A deposition is a device commonly used in the “discovery” phase of a lawsuit, before trial. All parties in a lawsuit, through their attorneys, have a period of time after a suit is filed in which to discover facts about a case in order to prepare for trial. Depositions and interrogatories (questions to be answered in writing under oath) are two of the most commonly used.
Rustin Smith, a partner and trial attorney with Stewart, Melvin & Frost, is our guest this morning to discuss the role depositions play in a lawsuit.
Question: Why are depositions necessary?
Rustin: The attorneys on each side of a lawsuit want to get the testimony of the key players in the case pinned down onto a written transcript. In addition to documents related to the lawsuit, these transcripts from the depositions can play a big role in the lawsuit. Information gathered during the deposition will be used at trial if the lawsuit proceeds to that point.
Question: How does the process of taking a deposition work?
Rustin: Depositions are not the trial, even though they may be used at trial. Depositions are informal proceedings, usually taken in an attorney’s office. The judge is not present. There are attorneys from both sides, the witness, who is called the deponent, and a court reporter to take down the testimony. The opposing attorney deposes the witness.
The opposing attorney wants to get the witness to commit to a particular story about the case, and will explore all of the factual details of the story with that witness. That way, the witness will be unlikely to change the story later at trial, and if it does change, the lawyer can point it out by “impeaching” the witness with his or her prior deposition testimony.
I remind my clients that everything you say will be used against you, and it is the opposing attorney’s purpose to get you to say something that will hurt your case. Your deposition is not for your benefit; it is for the benefit of the other side. Your attorney likely will not ask you any questions. He is there to protect you from improper questioning.
The deposition usually lasts two to six hours and sometimes less. The scope of questions is unlimited, and attorneys have the right to ask broad questions on topics that may seem irrelevant. Many topics are covered in depositions that will never be admissible at trial. However, the witness must answer all questions unless their attorney instructs them not to answer.
Question: What does an attorney do to prep their client for a deposition?
Rustin: An attorney will meet with the client before the deposition to go over what we just discussed. The attorney will stress to the client to be completely honest with them and their staff about any bad things that might come out in the deposition. Anything discussed with your attorney and staff is privileged and confidential.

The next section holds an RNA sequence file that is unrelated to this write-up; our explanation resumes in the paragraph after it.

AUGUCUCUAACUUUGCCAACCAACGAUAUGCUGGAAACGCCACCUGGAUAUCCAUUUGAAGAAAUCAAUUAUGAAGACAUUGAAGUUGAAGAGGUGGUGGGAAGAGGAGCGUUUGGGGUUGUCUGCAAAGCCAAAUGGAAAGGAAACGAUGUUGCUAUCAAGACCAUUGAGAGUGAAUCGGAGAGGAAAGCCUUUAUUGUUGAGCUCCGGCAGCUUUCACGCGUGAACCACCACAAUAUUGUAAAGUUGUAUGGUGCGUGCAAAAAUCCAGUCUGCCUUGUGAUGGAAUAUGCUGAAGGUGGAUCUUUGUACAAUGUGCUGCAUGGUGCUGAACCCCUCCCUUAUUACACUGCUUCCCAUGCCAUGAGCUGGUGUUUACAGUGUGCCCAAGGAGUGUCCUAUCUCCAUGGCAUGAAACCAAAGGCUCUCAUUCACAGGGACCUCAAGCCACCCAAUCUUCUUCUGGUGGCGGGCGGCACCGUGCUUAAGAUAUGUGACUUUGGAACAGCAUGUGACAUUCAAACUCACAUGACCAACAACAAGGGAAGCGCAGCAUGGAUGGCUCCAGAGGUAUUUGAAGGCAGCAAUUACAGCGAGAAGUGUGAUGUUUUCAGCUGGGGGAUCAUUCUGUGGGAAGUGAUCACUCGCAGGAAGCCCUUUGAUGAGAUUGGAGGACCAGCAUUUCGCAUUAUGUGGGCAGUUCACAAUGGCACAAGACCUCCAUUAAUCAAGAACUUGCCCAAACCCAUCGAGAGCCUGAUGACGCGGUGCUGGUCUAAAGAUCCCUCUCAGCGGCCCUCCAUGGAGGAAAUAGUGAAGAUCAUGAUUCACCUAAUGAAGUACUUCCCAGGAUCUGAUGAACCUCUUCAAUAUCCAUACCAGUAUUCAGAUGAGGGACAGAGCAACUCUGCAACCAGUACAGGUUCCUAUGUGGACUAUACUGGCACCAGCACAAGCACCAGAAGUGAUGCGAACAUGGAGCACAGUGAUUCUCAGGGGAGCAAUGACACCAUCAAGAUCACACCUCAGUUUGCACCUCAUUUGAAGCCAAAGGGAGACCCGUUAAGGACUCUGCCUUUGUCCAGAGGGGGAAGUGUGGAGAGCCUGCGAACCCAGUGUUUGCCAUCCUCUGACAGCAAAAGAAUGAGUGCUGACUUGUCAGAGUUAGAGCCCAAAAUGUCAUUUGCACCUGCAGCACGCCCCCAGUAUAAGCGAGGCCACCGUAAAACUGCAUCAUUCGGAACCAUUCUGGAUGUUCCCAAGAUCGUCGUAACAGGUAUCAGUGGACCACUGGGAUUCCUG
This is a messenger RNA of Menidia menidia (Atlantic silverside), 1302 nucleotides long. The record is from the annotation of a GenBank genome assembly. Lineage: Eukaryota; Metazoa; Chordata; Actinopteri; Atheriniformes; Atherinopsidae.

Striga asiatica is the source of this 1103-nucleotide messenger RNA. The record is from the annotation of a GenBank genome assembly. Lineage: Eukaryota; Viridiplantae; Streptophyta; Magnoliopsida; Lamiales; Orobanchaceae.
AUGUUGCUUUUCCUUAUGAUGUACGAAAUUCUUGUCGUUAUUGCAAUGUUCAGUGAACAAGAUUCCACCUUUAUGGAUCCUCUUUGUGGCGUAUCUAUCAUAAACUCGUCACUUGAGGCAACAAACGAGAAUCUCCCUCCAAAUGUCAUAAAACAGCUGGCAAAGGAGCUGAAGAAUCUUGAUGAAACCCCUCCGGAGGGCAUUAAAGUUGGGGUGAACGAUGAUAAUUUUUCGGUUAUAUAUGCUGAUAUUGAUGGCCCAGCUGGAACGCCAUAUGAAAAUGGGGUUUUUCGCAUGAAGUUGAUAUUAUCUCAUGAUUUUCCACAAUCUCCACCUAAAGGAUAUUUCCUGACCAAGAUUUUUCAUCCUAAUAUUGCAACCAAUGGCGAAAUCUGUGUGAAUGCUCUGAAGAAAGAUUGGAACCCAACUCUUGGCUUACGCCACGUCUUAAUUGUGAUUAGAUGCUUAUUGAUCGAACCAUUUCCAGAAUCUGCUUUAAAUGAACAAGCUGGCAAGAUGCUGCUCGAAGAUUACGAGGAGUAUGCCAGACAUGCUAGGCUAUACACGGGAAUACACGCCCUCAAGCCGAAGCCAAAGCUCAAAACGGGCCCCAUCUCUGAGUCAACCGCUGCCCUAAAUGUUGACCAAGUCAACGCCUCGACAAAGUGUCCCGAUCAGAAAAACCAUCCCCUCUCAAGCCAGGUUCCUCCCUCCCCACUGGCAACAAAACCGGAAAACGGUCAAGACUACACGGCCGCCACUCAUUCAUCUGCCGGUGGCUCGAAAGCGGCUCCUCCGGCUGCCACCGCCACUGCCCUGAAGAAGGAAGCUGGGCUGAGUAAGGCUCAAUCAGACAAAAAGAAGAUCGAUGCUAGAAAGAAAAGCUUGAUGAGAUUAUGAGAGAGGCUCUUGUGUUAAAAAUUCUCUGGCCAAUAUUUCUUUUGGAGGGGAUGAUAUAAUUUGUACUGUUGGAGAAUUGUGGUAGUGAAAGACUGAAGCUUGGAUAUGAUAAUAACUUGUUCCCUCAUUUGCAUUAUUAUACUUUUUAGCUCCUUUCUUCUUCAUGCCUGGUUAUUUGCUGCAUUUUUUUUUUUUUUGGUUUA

You and your attorney will review any interrogatories to you – written questions from the other side that you may have answered in writing earlier in the case – because the opposing attorney will likely use these in the deposition. The opposing attorney may ask you to bring documents to the deposition. Only bring documents that you are asked to produce. Don’t offer documents that are not requested. Your attorney will help you decide what was requested and what was not.
Question: What advice do you give your clients prior to a deposition?
Rustin: Listen to the questions completely before answering. Answer the questions as concisely as possible, with a simple “yes” or “no,” if the question does not require a longer response.
I tell my clients that they must answer each question as truthfully as they can, but also with as short an answer as possible. I advise them that, before answering any question, look straight at the attorney asking the question, listen carefully until the question is over, pause at least two or three seconds, and then politely and calmly give a concise answer.
If you say more than three sentences, you have probably said too much. Make sure that every answer is formal and controlled so that you are controlling the tempo of your deposition. If you pause before every question, regardless whether you need to or not, it is less obvious on the more difficult questions when you may actually need extra time to think before answering.
I tell my clients to always be polite because your conduct and demeanor may be more important than the answers you give. This is especially true if the deposition is recorded on video, which is common in high stakes or particularly contentious cases. Try to make a good impression. Remain calm, try not to show nervousness, and always respond courteously. If you don’t know the answer to a question, just say so. Don’t speculate or guess.
You may consult with your attorney during break times in the deposition, and sometimes during the deposition itself. Do not be afraid to ask your attorney questions if you feel it is important, but keep these consultations to a minimum. Your attorney cannot tell you how to answer but can help clarify the question